For perspective, Typhoon Haiyan, which devastated the Philippines on Friday, packed more power than hurricanes Katrina and Sandy combined, according to reports.
The official government estimate on the number of lives lost stood at 942 on Monday, but some estimates put the death toll at 10,000 in hard-hit Tacloban alone, with many people washed into the Pacific by a storm surge reported to be 20 feet.
The “wall of water,” as it was described, was so powerful that it lifted ships and tossed them onto what had been houses.
“Swirling water from the ocean filled the streets,” retired schoolteacher Virginia Basinang, living in Tacloban, the hardest-hit city, told the New York Times. “Some of them were able to hold on, some were lucky and lived, but most did not.”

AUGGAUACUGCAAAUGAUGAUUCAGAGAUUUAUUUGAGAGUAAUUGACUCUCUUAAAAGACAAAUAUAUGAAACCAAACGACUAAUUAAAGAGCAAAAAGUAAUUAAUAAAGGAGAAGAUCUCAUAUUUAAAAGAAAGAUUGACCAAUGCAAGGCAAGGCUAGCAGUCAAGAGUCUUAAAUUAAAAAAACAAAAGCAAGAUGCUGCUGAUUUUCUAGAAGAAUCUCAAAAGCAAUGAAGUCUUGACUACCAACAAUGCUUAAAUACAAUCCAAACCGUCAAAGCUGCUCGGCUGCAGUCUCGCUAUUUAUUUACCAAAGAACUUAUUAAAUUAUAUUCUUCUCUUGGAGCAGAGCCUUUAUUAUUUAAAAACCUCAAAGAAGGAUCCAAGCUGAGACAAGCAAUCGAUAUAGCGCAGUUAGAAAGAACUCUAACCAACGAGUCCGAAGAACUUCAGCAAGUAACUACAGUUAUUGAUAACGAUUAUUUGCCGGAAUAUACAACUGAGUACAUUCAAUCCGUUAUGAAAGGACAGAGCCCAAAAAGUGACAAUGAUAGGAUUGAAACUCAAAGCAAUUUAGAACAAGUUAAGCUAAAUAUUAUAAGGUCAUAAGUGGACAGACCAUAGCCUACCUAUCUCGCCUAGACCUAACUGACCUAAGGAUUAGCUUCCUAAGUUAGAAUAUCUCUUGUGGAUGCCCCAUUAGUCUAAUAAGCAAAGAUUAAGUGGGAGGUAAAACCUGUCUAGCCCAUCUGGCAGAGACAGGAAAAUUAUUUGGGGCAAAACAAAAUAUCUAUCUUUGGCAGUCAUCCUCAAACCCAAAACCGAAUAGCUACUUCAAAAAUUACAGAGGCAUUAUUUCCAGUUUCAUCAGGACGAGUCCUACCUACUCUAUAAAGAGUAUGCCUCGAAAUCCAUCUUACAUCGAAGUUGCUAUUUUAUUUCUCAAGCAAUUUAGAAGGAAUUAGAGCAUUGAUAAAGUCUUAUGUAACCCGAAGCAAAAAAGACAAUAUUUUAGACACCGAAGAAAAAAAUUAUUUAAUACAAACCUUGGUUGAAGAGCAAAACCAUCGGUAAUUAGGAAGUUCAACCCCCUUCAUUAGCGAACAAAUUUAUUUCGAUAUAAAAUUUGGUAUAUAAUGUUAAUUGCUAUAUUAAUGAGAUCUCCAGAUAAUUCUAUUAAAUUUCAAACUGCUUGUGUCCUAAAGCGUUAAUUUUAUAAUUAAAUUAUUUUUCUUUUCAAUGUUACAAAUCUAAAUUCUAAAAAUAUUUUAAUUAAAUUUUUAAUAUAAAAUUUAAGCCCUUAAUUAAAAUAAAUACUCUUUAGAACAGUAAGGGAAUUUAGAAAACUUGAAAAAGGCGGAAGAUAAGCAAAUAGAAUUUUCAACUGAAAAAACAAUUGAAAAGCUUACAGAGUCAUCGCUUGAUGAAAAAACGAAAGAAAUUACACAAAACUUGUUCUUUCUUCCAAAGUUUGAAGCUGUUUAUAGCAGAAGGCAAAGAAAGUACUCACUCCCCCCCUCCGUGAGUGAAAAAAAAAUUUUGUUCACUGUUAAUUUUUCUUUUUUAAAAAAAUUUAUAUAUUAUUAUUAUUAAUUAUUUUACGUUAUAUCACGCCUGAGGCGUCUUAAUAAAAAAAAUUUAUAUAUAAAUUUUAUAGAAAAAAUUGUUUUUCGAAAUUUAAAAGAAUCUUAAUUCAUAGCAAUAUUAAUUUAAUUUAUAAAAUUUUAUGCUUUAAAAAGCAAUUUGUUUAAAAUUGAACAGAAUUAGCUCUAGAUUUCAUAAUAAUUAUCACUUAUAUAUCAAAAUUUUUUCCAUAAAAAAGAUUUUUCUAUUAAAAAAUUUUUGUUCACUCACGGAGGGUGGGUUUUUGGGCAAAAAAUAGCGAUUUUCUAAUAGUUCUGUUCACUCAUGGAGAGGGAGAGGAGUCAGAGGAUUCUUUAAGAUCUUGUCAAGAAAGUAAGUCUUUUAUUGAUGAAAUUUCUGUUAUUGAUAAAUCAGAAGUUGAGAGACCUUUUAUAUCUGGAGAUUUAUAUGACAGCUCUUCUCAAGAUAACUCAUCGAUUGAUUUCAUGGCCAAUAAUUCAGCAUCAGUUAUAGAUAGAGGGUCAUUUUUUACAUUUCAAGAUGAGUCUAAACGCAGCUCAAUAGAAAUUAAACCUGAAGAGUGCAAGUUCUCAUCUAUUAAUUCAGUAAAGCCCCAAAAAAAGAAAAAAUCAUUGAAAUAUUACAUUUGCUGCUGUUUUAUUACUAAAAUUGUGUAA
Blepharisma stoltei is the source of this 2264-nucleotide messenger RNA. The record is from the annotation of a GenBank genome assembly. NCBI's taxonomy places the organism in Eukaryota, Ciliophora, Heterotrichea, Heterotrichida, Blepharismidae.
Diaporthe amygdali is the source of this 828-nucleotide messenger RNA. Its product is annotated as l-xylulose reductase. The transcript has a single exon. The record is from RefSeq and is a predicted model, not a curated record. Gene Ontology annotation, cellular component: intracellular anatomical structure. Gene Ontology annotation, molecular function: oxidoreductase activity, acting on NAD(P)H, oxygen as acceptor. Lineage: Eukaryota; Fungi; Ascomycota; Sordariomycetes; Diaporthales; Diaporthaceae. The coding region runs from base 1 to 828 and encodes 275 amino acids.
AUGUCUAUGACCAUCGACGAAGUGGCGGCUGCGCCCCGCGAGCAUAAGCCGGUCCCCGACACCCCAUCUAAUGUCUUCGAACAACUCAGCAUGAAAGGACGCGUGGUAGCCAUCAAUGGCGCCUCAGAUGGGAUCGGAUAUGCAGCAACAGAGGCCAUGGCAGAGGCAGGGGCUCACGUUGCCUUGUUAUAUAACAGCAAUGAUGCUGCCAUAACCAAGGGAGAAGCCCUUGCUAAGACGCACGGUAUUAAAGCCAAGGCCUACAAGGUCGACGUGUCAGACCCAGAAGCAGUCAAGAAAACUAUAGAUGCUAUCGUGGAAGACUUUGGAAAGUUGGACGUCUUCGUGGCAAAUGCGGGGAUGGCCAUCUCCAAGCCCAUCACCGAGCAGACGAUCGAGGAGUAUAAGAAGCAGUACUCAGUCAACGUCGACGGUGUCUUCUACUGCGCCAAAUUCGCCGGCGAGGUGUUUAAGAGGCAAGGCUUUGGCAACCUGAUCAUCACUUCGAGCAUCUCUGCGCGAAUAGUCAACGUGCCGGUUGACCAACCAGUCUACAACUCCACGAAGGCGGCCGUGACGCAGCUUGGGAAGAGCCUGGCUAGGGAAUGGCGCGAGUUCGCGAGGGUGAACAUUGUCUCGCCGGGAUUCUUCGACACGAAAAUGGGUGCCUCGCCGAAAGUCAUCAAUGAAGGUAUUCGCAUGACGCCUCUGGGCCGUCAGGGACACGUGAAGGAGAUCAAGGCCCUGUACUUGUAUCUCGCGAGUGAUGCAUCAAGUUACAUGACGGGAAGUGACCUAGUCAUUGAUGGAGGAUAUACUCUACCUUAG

Top wind speeds at the height of the storm were reported to be 195 mph with gusts to 235 mph.
"I was talking to the people of Tacloban," senior presidential aide Rene Alemendras told The Weather Channel. "They said, 'We were ready for the wind. We were not ready for the water.’ We tried our very best to warn everybody, but it was really just overwhelming, especially the storm surge."
More than 800,000 people were evacuated as Haiyan approached the Philippines and another 600,000 in Vietnam, where the weakened storm struck next. Among the dead were those evacuated to shelters.
Food and other supplies are expected to be short, as most fishermen in the region were unable to go to sea.
“The typhoon is affecting our livelihood, as most fishermen dare not go to sea now,” Makbul Matdin, chairman of the east coast Kota Belud Fishermen Association, told the media.